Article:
The drivetrain of my trekking bike ( http://archive.breezerbikes.com/2017/Breezer/liberty-3r3 ) has worn down and is finally in need of replacement. I was wondering if it would make sense and be possible to convert my current 3x9 gearing to a single chain ring and an 11-speed cassette. I would like to keep using Shimano, but SRAM would be an option too as I heard. In any case, if someone has a recommendation for a 1x11 group set that would fit with the frame bearings and would be a small upgrade from Altus/Deore it would be much obliged.

Current group set:

  • Front Derailleur - Shimano Altus 9-Speed, 34.9mm
  • Rear Derailleur - Shimano Deore 9-Speed, SGS, Shadow Design
  • Shifters - Shimano Altus 27-Speed (3x9)
  • Cassette - Shimano HG-300 9-Speed, 11-32T
  • What is the problem you're trying to solve with this 'upgrade'? Sep 5, 2022 at 16:47

2 Answers 2


TLDR: it is straightforward if you consider that not having the ratios that you currently have on the largest chairing is fine. If you like to keep the ratios that you have on the largest chainring, it's doable with some cranksets with removable chainrings.

It's something I keep investing but there no simple answer yet. Trekking components are "based" on MTB standards, but have diverged recently. MTB have been going to single chainrings and large cassettes, trekking remain almost unchanged. Also, the use of cassettes with 10T sprockets has allowed to shrink the chainring size. Trekking groupsets have ratios that are closer to gravel bikes, but gravel groupsets are not usable on trekking bikes, because bottom brackets have different widths.

If you prefer to keep your current wheels (if you still have the stock wheels, it's very unlikely that you can just swap the freehub body, so you'll need a new freehub, replacing the whole wheel makes more economical sense that just replacing the hub) and still have high ratios, you will basically need a 40T or 42T chainring (the ratio will still be lower than what you have now, but that's not a bad thing). But on MTBs, mainstream brands are selling 36T at most (sometimes 38T, but you'll find them in catalogs but not in stores).

I haven't found at this stage a modern crankset with a 40T-42T that would work with a 73mm bottom bracket. Even exotic cranks like garbaruk are not selling chainrings that would fit on MTB cranksets with more than 38T. But if you bike has removable chainrings, you can probably order a compatible chainring at garbaruk. Make also sure that you can fit a larger chainring at the position of the middle one.

That being said, what I wrote is valid only if you want to keep "gravel ratios". If you are OK with the compromise of having smaller ratios, the most straightforward option is a 36T MTB cranksets, then standard MTB derailleur at the rear, but with a cassette that has a 11T smaller sprocket. If you enjoy riding without the large chainring, that will work.

Recommendation are usually not appreciated, because they are only valid at one point in time. In "deore price points", SRAM seems to have a bad reputation (no personal experience). A Deore M5100 (11-speed) would be highly recommendable. Or a M6100 with a non Shimano cassette (because of the 11T sprocket).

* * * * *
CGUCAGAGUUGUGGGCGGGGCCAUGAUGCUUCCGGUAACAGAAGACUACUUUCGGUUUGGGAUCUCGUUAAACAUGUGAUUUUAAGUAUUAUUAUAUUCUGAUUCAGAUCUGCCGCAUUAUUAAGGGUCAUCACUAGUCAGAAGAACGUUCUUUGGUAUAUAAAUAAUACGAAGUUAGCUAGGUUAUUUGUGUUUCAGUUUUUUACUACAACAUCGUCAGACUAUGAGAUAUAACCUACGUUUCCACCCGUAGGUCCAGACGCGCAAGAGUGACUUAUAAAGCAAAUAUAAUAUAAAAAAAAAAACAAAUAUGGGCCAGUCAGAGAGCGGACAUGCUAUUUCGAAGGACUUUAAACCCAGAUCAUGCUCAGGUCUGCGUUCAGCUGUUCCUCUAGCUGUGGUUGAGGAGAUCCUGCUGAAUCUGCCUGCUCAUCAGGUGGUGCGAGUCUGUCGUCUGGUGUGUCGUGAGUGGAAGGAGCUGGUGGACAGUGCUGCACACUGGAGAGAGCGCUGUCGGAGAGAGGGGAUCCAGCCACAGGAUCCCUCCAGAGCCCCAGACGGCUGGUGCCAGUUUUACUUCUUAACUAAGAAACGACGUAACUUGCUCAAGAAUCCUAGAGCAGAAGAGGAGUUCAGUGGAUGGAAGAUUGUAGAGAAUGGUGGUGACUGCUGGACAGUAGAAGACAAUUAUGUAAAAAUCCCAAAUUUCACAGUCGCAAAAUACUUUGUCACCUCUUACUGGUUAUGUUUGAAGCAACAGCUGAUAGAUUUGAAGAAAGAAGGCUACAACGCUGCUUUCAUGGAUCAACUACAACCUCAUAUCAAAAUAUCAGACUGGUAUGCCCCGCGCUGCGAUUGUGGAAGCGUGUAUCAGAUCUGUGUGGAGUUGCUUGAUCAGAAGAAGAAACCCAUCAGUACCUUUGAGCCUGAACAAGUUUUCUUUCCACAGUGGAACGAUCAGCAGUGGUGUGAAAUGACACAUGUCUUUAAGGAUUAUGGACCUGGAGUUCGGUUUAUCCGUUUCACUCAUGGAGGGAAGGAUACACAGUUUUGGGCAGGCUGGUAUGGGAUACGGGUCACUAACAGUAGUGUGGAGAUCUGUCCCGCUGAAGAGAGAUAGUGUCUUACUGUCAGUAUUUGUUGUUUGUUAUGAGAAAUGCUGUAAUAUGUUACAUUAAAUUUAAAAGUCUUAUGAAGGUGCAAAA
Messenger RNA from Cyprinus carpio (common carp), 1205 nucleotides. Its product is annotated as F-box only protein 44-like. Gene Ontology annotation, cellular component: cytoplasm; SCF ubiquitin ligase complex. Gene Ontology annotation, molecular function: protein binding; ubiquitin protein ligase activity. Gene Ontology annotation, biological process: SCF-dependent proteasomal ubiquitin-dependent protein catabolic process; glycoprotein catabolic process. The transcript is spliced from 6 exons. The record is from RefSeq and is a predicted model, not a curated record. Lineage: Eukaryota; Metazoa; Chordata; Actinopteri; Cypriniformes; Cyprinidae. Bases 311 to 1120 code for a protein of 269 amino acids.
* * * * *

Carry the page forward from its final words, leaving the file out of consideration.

Note that 73mm bottom brackets are arriving on gravel bikes. But now, it's still problematic: only SRAM does it, but compatibility is an issue.


Another thing to be aware of when going from 3x9 to 1x11:

It's not just about the top and bottom gears - the jumps between all the available gears in between can matter too.

You will lose a lot of gears. And that might matter, especially for a trekking bike if you're hauling gear on long rides.

If you like pedaling at 85 to 90 RPM for a long climb, it's usually not hard to find a gear that would allow something in that range when you have a 3x9 setup. With a 1x11 you will find yourself in situations where you can't ride at your preferred cadence because a wide range cassette must have relatively large jumps between gears in order to get that wide range.

A 1x11 will have gearing something like 11-13-15-19-21-24-28-32-37-42. The jumps in gearing there average about 15% or so with larger jumps towards either end, so if you like spinning away at 90 RPM, you might find yourself in a situation where you have to choose between low 80s or high 90s if you want to maintain the same power or speed in your climb.

Just something to be aware of.

  • I disagree that you lose a lot of gears switching to 1x, wide range systems. You lose several redundant gears, and a couple of useful gears.
    – Paul H
    Sep 5, 2022 at 14:00
  • 1
    @PaulH A 53/42/30 crankset and an 11-12-14-16-18-21-24-28-32 cassette gives 27 gears. Per sheldonbrown.com/gear-calc.html, in gear-inches and sorted from smallest to largest, they are 25.3, 28.9, 33.8, 35.4, 38.6, 40.5, 44.7, 45.0, 47.3, 50.6, 51.1, 54.0, 57.9, 59.6, 63.0, 67.5, 68.1, 70.9, 73.6, 79.5, 81.0, 89.4, 94.5, 102.2, 103.1, 119.3, and 130.1. You have to really expand any definition of redundant gearing to even get close to 10 redundant gears - IMO there are 22 useful distinct gears there. So you're probably going to be losing 10+ useful gears. Sep 5, 2022 at 14:17

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